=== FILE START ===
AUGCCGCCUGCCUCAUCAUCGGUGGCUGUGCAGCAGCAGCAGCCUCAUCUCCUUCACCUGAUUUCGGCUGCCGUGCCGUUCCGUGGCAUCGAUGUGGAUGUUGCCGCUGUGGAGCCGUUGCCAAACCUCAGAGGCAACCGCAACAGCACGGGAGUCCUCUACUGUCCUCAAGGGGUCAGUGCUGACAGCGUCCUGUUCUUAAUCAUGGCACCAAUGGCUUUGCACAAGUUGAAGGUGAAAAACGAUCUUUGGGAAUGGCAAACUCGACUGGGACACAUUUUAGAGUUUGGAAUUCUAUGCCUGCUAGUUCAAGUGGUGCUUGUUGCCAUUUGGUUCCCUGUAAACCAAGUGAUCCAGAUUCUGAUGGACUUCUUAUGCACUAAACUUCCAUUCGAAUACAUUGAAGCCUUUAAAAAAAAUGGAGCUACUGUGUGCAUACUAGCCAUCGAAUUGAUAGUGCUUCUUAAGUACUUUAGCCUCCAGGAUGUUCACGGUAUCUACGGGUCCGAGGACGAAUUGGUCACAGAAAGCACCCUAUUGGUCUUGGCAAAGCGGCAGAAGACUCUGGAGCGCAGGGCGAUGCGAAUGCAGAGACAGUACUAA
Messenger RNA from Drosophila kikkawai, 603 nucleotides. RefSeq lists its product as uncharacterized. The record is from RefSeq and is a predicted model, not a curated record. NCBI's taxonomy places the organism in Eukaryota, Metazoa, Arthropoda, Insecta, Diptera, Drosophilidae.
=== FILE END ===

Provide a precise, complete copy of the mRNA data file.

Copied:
AUGCCGCCUGCCUCAUCAUCGGUGGCUGUGCAGCAGCAGCAGCCUCAUCUCCUUCACCUGAUUUCGGCUGCCGUGCCGUUCCGUGGCAUCGAUGUGGAUGUUGCCGCUGUGGAGCCGUUGCCAAACCUCAGAGGCAACCGCAACAGCACGGGAGUCCUCUACUGUCCUCAAGGGGUCAGUGCUGACAGCGUCCUGUUCUUAAUCAUGGCACCAAUGGCUUUGCACAAGUUGAAGGUGAAAAACGAUCUUUGGGAAUGGCAAACUCGACUGGGACACAUUUUAGAGUUUGGAAUUCUAUGCCUGCUAGUUCAAGUGGUGCUUGUUGCCAUUUGGUUCCCUGUAAACCAAGUGAUCCAGAUUCUGAUGGACUUCUUAUGCACUAAACUUCCAUUCGAAUACAUUGAAGCCUUUAAAAAAAAUGGAGCUACUGUGUGCAUACUAGCCAUCGAAUUGAUAGUGCUUCUUAAGUACUUUAGCCUCCAGGAUGUUCACGGUAUCUACGGGUCCGAGGACGAAUUGGUCACAGAAAGCACCCUAUUGGUCUUGGCAAAGCGGCAGAAGACUCUGGAGCGCAGGGCGAUGCGAAUGCAGAGACAGUACUAA
Messenger RNA from Drosophila kikkawai, 603 nucleotides. RefSeq lists its product as uncharacterized. The record is from RefSeq and is a predicted model, not a curated record. NCBI's taxonomy places the organism in Eukaryota, Metazoa, Arthropoda, Insecta, Diptera, Drosophilidae.